Because we all liked and respected each other we could argue furiously without giving or taking grudges. Once Tilly accused me of knowing nothing about board games. I couldn’t have been on much safer ground here, since board games were my hobby as well as a professional interest. I didn’t see any reason to make a big thing of it to the whole team, so I waited till we had a moment together at the coffee machine and told her I’d been invited to go to Rotterdam as the Guest of Honour at a European games convention in a few weeks, and would she like me to bring a bottle of genever back for her?
Every now and then life throws a coincidence at you no author would dare to suggest. Tilly was Dutch, and older than the rest of us, and it was Rotterdam where she’d been for much of the Second World War. Her obituary https://www.familynotices24.co.uk/com/view/4543029/tilly-friederichroth mentions she was in the Dutch Resistance. Once when she came for a meal she mentioned to our son how she’d travel round Rotterdam with Resistance messages rolled up inside the handlebars of her bike. I’d spent the war as a toddler; Tilly had spent it in near-starvation under a vicious occupying-power. I’ve written about a number of people who’ve been heroes of mine in a professional sense, but Tilly is the only one who needed to call upon heroism on a daily and continual basis. She made our team stronger and better than it would otherwise have been, and I’m proud to have known her and worked with her.
I recently wrote about how silly it is for critics to claim that “The Blob” introduced innovative teaching and learning methods and perverted schools in the 1960s . In fact such ideas can be traced back to a century earlier, and perhaps the most remarkable school of all could be found in a Sussex village between 1897 and 1910. Under Harriet Finlay Johnson Sompting School became famous across England and as far away as the USA and Japan.
One of the better times to be a teacher in an English elementary school was the first decade of the twentieth century. No longer did a single teacher have to cater for dozens of children in several different classes in one large room. Public attitudes had changed; large-scale absenteeism and illiteracy had been replaced by ever-increasing numbers of pupils voluntarily staying on, studying a curriculum that covered work we’d now see as largely of secondary school levels. Government and local authorities now were making it clear teachers and schools had the autonomy to teach as they themselves saw best and to take into account the needs of the school and the child.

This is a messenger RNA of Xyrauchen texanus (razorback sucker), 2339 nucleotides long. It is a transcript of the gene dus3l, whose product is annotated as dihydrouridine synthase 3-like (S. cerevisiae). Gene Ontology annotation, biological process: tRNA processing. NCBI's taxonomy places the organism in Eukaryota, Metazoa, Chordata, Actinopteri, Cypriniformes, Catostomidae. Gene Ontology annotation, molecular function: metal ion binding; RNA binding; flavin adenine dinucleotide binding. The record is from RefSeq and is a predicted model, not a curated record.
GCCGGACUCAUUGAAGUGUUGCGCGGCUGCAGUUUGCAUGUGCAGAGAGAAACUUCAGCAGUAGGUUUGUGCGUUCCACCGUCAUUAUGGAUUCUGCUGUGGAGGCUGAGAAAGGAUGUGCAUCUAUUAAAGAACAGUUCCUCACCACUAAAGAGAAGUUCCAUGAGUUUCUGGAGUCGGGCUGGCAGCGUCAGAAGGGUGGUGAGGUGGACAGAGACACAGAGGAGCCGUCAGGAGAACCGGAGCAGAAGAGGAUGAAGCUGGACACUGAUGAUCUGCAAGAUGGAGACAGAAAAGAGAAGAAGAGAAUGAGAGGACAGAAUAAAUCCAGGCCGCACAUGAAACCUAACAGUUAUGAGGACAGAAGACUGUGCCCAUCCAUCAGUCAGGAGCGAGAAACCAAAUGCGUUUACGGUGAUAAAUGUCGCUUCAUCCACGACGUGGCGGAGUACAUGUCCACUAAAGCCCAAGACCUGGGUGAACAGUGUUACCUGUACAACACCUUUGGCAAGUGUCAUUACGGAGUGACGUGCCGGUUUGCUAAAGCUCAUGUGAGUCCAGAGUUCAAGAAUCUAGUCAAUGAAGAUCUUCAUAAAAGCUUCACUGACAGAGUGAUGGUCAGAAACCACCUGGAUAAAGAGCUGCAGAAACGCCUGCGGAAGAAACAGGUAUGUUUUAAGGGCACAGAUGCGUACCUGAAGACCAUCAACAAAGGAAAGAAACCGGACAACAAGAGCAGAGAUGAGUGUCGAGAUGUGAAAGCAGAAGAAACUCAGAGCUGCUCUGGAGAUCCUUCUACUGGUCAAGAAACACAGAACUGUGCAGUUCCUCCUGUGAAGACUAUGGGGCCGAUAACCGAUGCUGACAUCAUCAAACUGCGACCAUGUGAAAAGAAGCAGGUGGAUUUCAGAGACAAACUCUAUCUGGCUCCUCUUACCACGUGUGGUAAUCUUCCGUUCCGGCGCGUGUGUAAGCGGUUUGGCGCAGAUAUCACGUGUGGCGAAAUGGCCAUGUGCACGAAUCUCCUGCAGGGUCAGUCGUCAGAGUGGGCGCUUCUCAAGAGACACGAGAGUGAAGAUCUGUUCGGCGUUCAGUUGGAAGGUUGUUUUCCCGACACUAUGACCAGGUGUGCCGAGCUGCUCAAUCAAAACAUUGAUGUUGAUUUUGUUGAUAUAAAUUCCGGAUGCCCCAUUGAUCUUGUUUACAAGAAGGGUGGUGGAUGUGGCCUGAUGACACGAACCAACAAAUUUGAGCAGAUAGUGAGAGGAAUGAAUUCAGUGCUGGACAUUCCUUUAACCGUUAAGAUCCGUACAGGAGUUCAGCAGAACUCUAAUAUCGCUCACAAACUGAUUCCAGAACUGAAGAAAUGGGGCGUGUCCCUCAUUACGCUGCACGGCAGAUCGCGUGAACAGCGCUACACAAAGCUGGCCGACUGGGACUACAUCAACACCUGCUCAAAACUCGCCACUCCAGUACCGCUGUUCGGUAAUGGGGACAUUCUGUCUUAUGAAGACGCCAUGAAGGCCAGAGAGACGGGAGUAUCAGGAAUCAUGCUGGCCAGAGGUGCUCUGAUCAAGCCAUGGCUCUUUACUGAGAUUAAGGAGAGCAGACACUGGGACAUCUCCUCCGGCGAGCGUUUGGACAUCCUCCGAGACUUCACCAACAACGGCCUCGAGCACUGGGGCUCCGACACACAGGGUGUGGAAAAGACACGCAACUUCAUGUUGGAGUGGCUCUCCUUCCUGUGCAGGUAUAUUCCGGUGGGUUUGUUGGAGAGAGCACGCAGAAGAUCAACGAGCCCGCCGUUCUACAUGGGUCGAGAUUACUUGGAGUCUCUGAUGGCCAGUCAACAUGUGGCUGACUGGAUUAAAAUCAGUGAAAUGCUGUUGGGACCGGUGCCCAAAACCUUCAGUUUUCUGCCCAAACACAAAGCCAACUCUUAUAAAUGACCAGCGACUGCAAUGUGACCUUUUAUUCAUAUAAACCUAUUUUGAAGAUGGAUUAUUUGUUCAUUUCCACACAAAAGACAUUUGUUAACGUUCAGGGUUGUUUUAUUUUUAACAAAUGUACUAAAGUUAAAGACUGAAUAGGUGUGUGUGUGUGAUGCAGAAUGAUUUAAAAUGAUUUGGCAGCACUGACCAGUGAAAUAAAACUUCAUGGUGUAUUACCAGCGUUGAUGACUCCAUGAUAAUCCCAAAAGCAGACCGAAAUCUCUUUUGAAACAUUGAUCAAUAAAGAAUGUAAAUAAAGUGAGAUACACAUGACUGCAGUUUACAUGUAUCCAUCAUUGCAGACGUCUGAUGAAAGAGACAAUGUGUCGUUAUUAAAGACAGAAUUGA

Furthermore, the inspector’s role was completely different to before. No longer might the annual inspection humiliate children and teachers alike; he (I haven’t yet come across a female HMI, though the local authorities were now appointing women to inspect particular subjects) could now act as the friend and supporter of the school, recognising good practice and disseminating it to others.
So the climate was more friendly to experimentation and innovation than ever before. And something quite remarkable emerged in a Sussex village called Sompting. There were thousands of schools in such villages – I’ve studied half a dozen of them. A population of a few hundred, with between 100 and 150 children, many of them walking several miles a day to get to a school with just a couple of teachers. Between them, the church and the school were the focus of a way of life that was beginning to disappear as a more mechanised and urban lifestyle developed.
Harriet Finlay Johnson came to Sompting as the Head of the school in 1897. Over the next dozen years there were three features of her work that contributed to the school, and herself, becoming known across the country and far beyond. The first was a belief that children needed to be happy – “Childhood should be our happiest time” and “We do our best when we are happy.” Part of her philosophy was a strong belief that children had a personal contribution to make to the learning of themselves and their classmates – “Children have a wonderful faculty for teaching other children and learning from them.” This became the culture, not just in the main school but in the infant section as well.
Creating a positive approach to learning was more important to her “than the mere ability to spell a large number of extraordinary words, to work a certain number of sums on set rules, or to be able to read whole pages of printed matter without being able to comprehend a single idea, or to originate any new train of thought”. She went much further than this, and – in words that still seem pretty revolutionary more than a century later – worked towards the teacher being an equal partner with the child in the decision-making process “… the teacher, being a companion to and fellow worker with the pupils, … shared in the citizen’s right of holding an opinion, being heard, therefore, not as “absolute monarch,” but on the same grounds as the children themselves”.
The second reason for her becoming widely known was the emphasis she placed upon making the study of nature a main focus of the curriculum. Not as a sedentary classroom subject, but with frequent rambles and nature walks, and gardening. She was able to use the interest in nature as a basis for lessons across almost the whole curriculum – in singing, reading, writing, arithmetic, drawing, composition, grammar, geography. Children without gardens of their own would adopt neglected areas in the village, and by 1903 her work in Nature Study had brought her recognition and she was invited to become a member of the Education Advisory Committee for West Sussex. In the following year she spoke on “The Teaching Of Nature Study in Public Elementary Schools” to managers and teachers.